I personally have just been moving them over as time permitted. It is a great chance to re-think and revamp older applications.
986.19. Ben Langhinrichs (04/06/2011 05:21 PM)
@Mark - Decisions about "moving apps" to a different design methodology are not always simple. You may have the luxury of doing that with certain types of apps, but the cost might be prohibitive for an app that has evolved and grown for a decade. Beyond that, there are many instances where the weight and complexity of XPages are not worth it. Don't build a train line to get to the local store, even if it is a maglev bullet train. Just take the car. Classic apps offer a great deal, among them the ability to use honed Lotusscript libraries that are harder to use with XPages.
Customers may want the best and most powerful web app without wanting to start as far back as a move to XPages would entail. Not that XPages won't play a part, but it may be limited and integrated with a great deal of classic Domino. Learning how to get the most out of that classic Domino, even learning how to understand code written by others which you want to migrate to XPages, requires developers well grounded in Domino techniques. Maybe every developer you know is already an expert in every classic technique, but I like the idea of a book for those you don't know who may need a refresher not and then. Especially if they spend most of their time with XPages.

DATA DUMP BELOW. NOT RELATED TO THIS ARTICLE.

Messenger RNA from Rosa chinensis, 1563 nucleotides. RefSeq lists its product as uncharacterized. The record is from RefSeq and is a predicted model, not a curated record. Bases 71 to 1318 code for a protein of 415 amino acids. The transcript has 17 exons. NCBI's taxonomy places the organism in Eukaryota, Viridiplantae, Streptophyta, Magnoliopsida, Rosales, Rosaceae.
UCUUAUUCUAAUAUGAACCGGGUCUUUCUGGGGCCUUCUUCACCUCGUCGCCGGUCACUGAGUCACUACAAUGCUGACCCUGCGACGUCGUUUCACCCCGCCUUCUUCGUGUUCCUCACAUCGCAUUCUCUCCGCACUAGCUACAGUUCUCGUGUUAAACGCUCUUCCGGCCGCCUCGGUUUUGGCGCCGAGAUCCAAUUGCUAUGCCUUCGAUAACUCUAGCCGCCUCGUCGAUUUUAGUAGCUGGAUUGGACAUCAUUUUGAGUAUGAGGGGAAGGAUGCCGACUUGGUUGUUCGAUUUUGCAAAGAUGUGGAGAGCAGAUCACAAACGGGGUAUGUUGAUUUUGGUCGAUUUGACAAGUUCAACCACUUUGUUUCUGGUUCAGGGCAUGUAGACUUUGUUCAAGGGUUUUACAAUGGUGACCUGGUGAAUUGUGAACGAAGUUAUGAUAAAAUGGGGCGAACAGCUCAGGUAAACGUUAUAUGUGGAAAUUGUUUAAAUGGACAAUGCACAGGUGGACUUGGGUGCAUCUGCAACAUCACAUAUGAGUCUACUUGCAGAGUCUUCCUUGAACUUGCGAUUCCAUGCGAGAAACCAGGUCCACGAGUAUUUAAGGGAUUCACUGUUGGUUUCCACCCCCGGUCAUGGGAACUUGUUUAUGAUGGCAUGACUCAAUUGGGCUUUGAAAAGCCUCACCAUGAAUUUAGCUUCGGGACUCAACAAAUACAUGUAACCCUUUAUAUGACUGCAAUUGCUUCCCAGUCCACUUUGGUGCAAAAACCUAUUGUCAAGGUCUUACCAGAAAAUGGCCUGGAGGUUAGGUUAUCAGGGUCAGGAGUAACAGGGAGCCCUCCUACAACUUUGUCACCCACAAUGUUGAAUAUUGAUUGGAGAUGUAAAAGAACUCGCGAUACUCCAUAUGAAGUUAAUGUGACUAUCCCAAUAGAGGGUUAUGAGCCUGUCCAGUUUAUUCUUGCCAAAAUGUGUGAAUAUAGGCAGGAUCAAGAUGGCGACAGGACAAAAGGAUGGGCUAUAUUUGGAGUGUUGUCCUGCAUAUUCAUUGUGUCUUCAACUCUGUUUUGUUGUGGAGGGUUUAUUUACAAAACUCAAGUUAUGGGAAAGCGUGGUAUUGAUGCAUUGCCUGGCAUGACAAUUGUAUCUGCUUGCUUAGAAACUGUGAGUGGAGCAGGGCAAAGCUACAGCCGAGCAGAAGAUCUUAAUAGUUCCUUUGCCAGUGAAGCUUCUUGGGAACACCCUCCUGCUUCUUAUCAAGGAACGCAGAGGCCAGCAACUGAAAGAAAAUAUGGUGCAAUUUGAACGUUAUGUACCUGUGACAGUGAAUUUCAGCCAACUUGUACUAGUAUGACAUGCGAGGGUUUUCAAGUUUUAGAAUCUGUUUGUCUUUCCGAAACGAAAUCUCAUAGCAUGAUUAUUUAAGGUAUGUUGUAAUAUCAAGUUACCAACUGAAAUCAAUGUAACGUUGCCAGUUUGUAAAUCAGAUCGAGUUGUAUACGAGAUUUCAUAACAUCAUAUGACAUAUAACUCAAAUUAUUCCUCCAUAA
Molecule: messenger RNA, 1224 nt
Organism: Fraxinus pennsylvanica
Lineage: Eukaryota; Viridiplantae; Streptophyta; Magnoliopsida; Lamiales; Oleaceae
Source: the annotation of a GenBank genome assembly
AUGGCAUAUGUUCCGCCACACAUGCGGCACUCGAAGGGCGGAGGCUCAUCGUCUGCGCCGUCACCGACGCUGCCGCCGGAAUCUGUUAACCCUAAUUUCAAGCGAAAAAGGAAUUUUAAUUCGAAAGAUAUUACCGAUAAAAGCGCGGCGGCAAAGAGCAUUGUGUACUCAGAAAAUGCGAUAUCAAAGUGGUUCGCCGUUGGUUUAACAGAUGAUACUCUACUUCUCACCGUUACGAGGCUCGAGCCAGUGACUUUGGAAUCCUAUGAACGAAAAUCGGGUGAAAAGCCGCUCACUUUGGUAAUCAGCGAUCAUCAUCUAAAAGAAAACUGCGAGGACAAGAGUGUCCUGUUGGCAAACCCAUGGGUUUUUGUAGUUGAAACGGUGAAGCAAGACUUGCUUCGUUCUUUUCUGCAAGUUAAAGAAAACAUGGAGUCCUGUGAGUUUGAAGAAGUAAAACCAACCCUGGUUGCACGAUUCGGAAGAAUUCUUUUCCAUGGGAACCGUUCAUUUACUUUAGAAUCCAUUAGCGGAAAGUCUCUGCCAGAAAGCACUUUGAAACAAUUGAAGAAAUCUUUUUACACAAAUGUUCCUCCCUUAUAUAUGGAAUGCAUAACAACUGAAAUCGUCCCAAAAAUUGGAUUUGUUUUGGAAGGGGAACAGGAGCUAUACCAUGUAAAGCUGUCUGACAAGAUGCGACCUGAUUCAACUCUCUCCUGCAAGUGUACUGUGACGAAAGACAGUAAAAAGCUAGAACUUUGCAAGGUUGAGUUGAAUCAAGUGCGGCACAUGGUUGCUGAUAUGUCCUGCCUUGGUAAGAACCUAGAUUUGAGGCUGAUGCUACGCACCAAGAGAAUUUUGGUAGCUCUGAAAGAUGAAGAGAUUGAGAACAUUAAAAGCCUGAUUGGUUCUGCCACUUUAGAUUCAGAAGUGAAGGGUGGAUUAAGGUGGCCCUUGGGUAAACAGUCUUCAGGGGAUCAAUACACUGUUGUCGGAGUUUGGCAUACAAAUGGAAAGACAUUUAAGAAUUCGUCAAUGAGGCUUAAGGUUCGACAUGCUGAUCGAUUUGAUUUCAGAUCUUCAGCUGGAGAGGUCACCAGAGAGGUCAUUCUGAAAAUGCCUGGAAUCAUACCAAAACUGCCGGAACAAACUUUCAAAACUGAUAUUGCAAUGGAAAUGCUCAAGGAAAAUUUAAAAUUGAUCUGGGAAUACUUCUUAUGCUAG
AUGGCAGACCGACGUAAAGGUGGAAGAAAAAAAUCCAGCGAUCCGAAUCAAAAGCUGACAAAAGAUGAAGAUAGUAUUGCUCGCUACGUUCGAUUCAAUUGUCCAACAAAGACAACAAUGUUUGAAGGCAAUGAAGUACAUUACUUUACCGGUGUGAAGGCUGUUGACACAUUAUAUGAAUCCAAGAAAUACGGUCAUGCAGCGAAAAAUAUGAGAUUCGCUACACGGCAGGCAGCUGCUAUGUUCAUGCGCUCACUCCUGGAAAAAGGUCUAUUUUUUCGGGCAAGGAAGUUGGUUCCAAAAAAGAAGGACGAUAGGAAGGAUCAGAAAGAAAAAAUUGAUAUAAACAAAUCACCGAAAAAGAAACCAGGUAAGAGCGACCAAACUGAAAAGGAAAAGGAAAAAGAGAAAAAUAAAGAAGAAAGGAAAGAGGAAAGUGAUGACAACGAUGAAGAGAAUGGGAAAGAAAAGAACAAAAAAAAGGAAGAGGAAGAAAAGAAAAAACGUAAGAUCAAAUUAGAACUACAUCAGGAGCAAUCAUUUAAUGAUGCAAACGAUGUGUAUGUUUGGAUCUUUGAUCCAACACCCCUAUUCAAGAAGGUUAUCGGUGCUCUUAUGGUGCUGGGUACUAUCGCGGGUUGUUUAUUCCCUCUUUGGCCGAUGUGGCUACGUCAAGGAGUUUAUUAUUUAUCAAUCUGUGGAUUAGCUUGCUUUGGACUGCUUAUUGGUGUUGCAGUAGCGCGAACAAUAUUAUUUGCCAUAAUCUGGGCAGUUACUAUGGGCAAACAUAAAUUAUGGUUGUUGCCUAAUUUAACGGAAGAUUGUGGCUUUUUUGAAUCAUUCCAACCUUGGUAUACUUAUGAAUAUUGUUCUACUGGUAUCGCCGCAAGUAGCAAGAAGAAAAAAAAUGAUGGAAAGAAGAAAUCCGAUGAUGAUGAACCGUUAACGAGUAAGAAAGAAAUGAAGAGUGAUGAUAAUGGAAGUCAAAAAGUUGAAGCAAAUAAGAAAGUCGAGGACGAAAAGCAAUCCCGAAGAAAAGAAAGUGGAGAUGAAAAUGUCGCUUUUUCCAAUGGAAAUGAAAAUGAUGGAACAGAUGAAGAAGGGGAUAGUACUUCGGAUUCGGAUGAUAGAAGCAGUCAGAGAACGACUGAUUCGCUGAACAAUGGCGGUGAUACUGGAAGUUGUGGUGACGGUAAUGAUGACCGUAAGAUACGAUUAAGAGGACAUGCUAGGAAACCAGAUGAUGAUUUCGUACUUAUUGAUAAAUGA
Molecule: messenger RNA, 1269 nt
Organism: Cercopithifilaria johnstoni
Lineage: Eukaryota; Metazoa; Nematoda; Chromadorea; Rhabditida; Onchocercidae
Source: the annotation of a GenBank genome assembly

986.20. Adam Osborne (07/04/2011 04:15 AM)
Email resent.. see if you get it.
986.21. Nathan T. Freeman (04/07/2011 05:59 AM)
"As a business owner, I would be unlikely to hire a Domino web developer who had no experience with XPages or one who had no experience other than XPages."
I believe you've stated on several occasions that you have no employees, so this seems like a red herring. As a business owner, you would be unlikely to hire anybody at all, right?
That's not a bad thing. That's just history.
986.22. axel (07.04.2011 10:12)
Why have some people problems with terms like classic or legacy?
I'm working in a project where EJB2 and JSF 1.2 is used and we all call it legacy. The programming started in 2008. I guess that on the .NET side too, lot of people code on a legacy architecture, design, framework.
The rapid development in frameworks automatically leads to a faster innovation cicle. There are good reason for the app live cicle to decouple a bit from the innovation cicle as changing the framework, design, architecture of a application adds costs.
So we should expect that there are more legacy apps out there on our servers. Nothing bad about it.
986.23. Ben Langhinrichs (04/07/2011 11:43 AM)
@Nathan - It is a valid point, but I should clarify. I have hired no employees. I have certainly hired consultants, including Domino web consultants, when the situation has called for it. I have also contracted services with The Turtle Partnership, for example, for years now.
It is to the hiring of consultants that I meant to refer in my comments.
986.24. Betsy Thiede (04/29/2011 05:03 PM)
So, Ben. Have you looked at this book?
I have had the luxury (I think luxury, as I love the Notes client) of only developing Notes Client applications for the last 10 years.
But now, I am being forced out of my comfort zone and may have to do some Domino web development.
This book could help me, perhaps. Just wondering if I should purchase it?
And I sure enjoyed reading the comments. I find I love the comments more than the actual article these days. People sure don't hold back.
Thanks for providing such an entertaining Blog.